I've always gone along with the idea that the Main Switch on or in a switch-board should have a red toggle on it and no other colour.


You'd like the Wylex NH, GE panels, and a few others current here then. This is the NH:

[Linked Image]

Re: FUSES #144572
01/04/06 02:11 PM
01/04/06 02:11 PM
R
RODALCO  Offline OP
Member
Joined: Dec 2005
Posts: 856
Titirangi, Akld, New Zealand
I like that? Well marked and colour coded MCB's.
Wish that all manufacturers stuck to that system.
And a main / masterswitch should be red and marked so it is easily recognisable for anyone who has to shut of power with no doubts.


The product of rotation, excitation and flux produces electricty.
Re: FUSES #144573
01/04/06 07:53 PM
01/04/06 07:53 PM
T
Texas_Ranger  Offline
Member
Joined: Dec 2001
Posts: 2,433
Vienna, Austria
There's a new twist... though i've never seen them for real my text book lists 13A DII links with a black marker... nobody else ever seems to have heard of them, yet they are listed in the book.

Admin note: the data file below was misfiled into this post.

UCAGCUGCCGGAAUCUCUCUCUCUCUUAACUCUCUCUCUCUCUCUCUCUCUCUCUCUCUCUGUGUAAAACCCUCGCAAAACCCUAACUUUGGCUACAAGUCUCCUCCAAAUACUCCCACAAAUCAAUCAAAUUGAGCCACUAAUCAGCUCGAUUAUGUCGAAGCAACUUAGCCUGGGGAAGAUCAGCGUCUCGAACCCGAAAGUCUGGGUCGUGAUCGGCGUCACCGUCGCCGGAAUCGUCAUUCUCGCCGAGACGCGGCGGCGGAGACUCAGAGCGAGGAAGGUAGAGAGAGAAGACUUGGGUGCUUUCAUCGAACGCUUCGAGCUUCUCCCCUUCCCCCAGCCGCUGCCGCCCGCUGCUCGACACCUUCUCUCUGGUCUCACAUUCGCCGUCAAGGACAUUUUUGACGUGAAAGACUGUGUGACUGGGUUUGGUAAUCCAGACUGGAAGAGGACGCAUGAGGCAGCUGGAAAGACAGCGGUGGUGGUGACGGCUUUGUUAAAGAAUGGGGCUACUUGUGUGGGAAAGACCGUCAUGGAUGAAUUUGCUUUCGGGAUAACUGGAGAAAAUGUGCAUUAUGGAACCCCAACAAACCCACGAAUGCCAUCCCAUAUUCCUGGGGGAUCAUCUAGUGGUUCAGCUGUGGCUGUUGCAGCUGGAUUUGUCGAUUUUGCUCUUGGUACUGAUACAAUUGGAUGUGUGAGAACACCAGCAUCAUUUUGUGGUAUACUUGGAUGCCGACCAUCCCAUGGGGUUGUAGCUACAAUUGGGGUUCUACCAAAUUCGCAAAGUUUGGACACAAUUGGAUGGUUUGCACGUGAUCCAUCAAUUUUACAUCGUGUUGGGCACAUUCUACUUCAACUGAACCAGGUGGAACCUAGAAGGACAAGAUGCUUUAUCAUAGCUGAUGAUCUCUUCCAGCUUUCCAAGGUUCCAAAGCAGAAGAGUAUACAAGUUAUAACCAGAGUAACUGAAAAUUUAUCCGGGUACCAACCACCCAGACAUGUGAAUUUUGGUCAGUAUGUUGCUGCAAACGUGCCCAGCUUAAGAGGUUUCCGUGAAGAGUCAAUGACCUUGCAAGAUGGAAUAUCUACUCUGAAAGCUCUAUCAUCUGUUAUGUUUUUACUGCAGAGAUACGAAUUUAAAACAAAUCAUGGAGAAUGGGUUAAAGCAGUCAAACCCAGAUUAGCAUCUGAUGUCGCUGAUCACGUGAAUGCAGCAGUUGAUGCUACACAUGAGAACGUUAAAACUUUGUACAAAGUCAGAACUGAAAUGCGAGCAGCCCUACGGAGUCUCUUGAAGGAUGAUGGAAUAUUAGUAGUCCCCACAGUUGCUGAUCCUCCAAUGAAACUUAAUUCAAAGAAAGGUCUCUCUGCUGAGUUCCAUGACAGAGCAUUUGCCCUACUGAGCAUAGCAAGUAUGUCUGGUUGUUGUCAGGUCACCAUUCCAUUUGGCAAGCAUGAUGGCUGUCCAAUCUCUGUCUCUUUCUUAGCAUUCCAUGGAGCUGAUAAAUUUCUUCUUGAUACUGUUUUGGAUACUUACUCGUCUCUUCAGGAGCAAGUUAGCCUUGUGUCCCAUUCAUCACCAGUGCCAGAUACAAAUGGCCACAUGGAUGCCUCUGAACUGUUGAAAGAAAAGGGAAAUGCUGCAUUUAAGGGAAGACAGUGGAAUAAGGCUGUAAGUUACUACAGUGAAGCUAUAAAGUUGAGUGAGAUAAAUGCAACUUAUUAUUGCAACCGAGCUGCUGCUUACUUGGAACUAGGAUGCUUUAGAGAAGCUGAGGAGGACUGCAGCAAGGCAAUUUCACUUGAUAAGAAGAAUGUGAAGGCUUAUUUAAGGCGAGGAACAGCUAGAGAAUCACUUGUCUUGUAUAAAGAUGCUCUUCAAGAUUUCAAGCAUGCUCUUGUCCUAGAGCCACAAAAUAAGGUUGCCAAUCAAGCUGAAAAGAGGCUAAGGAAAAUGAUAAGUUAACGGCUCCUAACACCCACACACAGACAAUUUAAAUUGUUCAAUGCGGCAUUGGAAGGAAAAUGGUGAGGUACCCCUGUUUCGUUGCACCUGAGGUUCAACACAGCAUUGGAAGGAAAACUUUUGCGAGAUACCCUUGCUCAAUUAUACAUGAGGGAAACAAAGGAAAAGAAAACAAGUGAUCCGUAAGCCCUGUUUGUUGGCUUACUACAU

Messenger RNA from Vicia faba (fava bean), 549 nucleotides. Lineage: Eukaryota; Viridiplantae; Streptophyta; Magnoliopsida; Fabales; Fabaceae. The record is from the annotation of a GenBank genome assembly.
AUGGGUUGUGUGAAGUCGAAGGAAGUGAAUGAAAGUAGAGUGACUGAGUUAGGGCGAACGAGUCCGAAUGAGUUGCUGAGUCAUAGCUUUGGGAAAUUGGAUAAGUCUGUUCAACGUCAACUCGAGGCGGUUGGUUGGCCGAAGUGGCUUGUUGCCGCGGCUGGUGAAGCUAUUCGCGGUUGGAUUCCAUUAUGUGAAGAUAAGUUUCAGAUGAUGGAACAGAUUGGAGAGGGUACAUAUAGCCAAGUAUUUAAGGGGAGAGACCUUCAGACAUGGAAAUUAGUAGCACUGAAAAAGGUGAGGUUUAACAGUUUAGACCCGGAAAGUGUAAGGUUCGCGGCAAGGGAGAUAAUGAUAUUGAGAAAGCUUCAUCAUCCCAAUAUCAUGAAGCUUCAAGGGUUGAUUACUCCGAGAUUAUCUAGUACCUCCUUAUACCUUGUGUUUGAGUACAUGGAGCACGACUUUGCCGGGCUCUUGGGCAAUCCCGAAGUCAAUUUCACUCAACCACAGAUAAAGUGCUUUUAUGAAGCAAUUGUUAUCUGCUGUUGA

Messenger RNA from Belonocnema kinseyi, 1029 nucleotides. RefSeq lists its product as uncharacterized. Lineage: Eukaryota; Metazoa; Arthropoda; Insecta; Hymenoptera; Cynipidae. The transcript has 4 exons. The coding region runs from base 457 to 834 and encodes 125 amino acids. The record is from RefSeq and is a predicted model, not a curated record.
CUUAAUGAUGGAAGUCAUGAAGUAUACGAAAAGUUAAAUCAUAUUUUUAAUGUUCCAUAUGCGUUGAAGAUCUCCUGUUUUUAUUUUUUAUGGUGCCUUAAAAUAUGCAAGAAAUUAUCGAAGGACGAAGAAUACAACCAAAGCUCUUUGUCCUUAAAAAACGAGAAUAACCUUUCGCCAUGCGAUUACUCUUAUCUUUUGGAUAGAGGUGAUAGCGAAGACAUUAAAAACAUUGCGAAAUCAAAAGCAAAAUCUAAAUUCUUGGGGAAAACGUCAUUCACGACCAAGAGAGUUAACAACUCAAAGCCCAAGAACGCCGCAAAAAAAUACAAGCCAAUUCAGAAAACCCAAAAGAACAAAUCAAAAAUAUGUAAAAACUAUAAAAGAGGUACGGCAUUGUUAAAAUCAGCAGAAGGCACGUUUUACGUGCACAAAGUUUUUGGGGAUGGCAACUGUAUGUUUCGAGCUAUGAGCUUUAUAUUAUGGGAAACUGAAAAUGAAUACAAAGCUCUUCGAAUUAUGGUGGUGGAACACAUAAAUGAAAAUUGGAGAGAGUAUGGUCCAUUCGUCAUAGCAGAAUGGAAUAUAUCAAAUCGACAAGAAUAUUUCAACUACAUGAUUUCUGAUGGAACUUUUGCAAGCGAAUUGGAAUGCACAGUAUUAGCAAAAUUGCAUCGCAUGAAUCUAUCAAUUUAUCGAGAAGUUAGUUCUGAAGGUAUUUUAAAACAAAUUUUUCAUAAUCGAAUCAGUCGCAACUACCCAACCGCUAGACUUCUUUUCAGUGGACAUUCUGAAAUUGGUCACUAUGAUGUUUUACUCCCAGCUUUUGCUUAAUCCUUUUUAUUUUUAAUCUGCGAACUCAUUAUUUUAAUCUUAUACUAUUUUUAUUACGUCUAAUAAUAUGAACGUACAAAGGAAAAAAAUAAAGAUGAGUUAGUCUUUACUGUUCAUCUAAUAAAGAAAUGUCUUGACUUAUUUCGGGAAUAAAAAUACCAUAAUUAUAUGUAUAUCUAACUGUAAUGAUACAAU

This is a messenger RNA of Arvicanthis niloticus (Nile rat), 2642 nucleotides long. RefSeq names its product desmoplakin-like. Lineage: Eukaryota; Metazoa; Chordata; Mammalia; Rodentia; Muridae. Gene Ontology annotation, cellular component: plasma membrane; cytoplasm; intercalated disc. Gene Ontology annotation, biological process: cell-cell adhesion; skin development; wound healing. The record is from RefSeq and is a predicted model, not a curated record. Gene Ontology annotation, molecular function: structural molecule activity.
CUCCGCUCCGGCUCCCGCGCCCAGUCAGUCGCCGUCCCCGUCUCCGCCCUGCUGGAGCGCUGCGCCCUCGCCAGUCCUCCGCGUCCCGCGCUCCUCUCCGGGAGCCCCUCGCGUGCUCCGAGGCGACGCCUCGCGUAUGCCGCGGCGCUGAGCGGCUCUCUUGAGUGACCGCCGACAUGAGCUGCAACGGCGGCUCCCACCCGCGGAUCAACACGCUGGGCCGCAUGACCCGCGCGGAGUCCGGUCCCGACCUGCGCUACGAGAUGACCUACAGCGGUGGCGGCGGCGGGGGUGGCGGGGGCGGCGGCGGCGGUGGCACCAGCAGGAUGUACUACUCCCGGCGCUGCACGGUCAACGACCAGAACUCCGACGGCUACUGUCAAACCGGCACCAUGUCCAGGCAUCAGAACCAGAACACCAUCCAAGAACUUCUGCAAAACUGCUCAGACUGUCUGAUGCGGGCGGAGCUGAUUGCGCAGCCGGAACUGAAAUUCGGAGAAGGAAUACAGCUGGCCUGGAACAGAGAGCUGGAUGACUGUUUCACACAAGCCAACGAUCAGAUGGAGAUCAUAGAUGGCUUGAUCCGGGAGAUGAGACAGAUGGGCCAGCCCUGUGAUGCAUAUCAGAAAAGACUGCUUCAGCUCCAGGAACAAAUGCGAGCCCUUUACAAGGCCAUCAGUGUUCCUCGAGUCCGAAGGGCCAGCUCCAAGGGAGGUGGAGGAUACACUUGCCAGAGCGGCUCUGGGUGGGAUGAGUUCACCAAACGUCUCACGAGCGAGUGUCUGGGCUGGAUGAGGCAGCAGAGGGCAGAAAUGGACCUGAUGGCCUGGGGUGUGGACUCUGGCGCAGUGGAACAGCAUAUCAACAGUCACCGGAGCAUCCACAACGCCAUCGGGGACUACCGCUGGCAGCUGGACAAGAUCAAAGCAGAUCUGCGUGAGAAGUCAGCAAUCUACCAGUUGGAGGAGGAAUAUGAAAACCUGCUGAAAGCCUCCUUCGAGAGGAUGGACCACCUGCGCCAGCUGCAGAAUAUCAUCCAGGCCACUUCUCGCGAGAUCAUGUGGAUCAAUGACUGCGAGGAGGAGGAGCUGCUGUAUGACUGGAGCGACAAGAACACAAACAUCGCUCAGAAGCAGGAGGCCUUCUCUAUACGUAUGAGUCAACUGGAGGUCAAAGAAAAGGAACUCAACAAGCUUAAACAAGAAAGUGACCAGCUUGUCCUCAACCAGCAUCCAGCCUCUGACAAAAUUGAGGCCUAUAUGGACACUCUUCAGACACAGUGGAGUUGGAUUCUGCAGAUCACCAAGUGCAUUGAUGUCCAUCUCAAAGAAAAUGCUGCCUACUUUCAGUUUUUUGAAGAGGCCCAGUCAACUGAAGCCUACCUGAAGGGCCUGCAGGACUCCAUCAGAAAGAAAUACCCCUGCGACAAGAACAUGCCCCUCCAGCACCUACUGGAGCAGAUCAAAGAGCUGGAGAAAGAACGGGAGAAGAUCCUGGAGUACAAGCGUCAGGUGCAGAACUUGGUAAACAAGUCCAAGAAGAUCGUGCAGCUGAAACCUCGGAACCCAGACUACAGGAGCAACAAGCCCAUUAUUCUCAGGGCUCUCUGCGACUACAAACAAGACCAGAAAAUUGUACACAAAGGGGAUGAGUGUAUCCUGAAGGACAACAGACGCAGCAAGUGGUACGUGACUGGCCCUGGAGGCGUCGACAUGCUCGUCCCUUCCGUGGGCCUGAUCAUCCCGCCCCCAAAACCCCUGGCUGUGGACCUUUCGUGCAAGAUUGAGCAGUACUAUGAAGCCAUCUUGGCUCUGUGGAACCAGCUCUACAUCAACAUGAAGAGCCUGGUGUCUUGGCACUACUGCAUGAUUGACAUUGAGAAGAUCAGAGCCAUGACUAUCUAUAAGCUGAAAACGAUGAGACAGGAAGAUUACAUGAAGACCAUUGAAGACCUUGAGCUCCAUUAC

You called them Diazed Weber fuses, any idea where that name comes from? I've heard any other name than Diazed before!

Re: FUSES #144574
01/05/06 02:20 PM
01/05/06 02:20 PM
C
classicsat  Offline
Member
Joined: Nov 2002
Posts: 456
For a while, Schneider Electric has been manufacturing the FPE Stab-Lock breakers with colour coded handles.

You can see the red ones at: https://www.electrical-contractor.net/ubb/Forum5/HTML/001123.html

The black ones were likely made before the coloring scheme.

The colouring scheme matches the colours typical of Edison plug fuses;
Blue=15A
Red=20A
Green=30A
Grey=40A
Above that black handles are used.

AFAIK, the prograssion of the NC stab-loc breakers in Canada:
1970s: Blabc body, square black toggle.
Sometime in the late 70s they had the orange tipped toggles for a while.

In the late 80s, they came out with the white bodies. In the mid 90s, they began colour coding the handles on 40A and less breakers. Late 90s, they switched from the "squared" toggle to a flatter toggle, retaining color coding.